Letters to the Editor

FGM now an emerging issue in Northern Ireland

 Anyone concerned about FGM should call the NSPCC helpline on 0800 028 3550

FGM – or Female Genital Mutilation – is an emerging issue in Northern Ireland and across the UK. FGM is practised in some parts of the world but is without any medical basis and can cause long lasting damage to physical and mental health. The procedure is dangerous, illegal and a serious form of child abuse. More needs to be done to stamp it out.

UNICEF estimates that globally 125 million women and girls have suffered this violent procedure. The scale of the problem can remain hidden, though recent changes to data collection in England have uncovered nearly 6,000 cases. A similar study should be carried out in Northern Ireland.

NSPCC provides the government’s FGM helpline, available in Northern Ireland, and we have been working with partners to ensure we make the best help available to potential victims and survivors. Most calls to the NSPCC’s FGM helpline are made in July. This is because some girls are forced to undergo FGM in another country during the school holidays and have the immediate physical wounds heal by the time they return to school.

Progress has been made in the development of the Safeguarding Board NI-led practice network to prevent FGM here and we are working on other initiatives. The UK government has recently strengthened provisions in Northern Ireland by introducing FGM Protection Orders which police and social services use to protect potential victims.

Key to protecting girls is awareness raising for professionals (including teachers who play a key role) and working with leaders in communities where it has been traditionally been practised. Only close working across agencies and disciplines will help prevent this terrible abuse. 

The public play an important role and anyone concerned about FGM should call our helpline on 0800 028 3550.

NEIL ANDERSON
Head of NSPCC in Northern Ireland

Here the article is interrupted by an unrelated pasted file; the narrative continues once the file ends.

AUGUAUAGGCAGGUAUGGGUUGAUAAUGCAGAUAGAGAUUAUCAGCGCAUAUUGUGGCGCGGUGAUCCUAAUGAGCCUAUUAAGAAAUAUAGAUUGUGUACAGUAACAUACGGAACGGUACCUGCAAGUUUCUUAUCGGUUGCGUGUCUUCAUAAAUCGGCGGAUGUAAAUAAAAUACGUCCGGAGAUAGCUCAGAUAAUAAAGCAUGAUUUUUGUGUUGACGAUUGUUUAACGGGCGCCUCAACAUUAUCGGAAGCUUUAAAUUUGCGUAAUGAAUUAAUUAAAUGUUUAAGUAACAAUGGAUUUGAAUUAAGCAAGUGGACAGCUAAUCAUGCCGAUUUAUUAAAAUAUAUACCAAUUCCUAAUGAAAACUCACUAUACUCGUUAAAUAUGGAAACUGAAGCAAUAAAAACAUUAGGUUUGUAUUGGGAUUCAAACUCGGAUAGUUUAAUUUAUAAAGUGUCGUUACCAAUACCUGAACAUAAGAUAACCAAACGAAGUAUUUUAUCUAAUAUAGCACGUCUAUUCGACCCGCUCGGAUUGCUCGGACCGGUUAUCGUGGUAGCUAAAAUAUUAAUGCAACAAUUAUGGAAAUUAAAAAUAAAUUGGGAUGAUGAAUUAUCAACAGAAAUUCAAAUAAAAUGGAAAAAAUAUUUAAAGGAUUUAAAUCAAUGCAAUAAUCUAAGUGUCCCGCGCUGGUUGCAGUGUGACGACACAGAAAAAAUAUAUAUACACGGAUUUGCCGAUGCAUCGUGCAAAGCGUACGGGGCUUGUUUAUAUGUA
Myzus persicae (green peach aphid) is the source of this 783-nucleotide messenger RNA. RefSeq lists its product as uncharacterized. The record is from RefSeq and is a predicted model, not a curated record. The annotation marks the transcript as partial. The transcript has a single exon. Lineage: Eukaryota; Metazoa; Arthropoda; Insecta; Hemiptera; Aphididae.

Some are in no position to point sectarian finger at others

Robert Lacey, ‘Honour these brave Irishmen’ (July 25), calls for us from the island of Ireland to honour those brave men, Catholic and Protestant, who sacrificed themselves fighting for the rights of small nations during the Great War. Mr Lacey is the latest to add his voice to what is termed the national amnesia and intolerance displayed by the Irish state towards those Irish who fought in British uniform in the Great War. Just where has Mr Lacey been these past few decades?

For the record, since 1986, a National Day of Commemoration has taken place on the first Sunday in July each year. This military and religious ceremony is held in the presence of the president of Ireland, An Taoiseach, members of the government, the Council of State, the diplomatic corp, the judiciary, Northern Ireland representatives, the main Christian denominations and representatives of the Jewish and Islamic faiths. Ireland’s Commemoration is devoid of military pomp and jingoism and is both respectful and dignified. Protocol and ceremonial are controlled by the Sovereign Irish State.

In 2011 former president Mary McAleese spoke at Suvla Bay commemorating those Irish who died during the invasion of Turkey and in 1998, in an unprecedented act of political ecumenism at Messines Ridge, President McAleese, alongside Queen Elizabeth II, dedicated a Peace Tower in memory of those from the entire island of Ireland who answered Redmond’s call and never returned. 

The fact that we nationalists give our primary allegiance to those who established the Irish state, not to those who tried to prevent it, does not constitute neglect of those Irish who went away and never returned. On the contrary, the greatest abusers of those returning soldiers from the Great War was the British/unionist establishment.

When those Irishmen returned from France and Belgium expecting Home Rule they got the Black and Tans and auxiliaries instead. Those duped Irish soldiers also got Bloody Sunday in Croke Park. Tomás McCurtain the lord mayor of Cork, was shot dead in front of his family by members of the RIC and the city of Cork was burned down.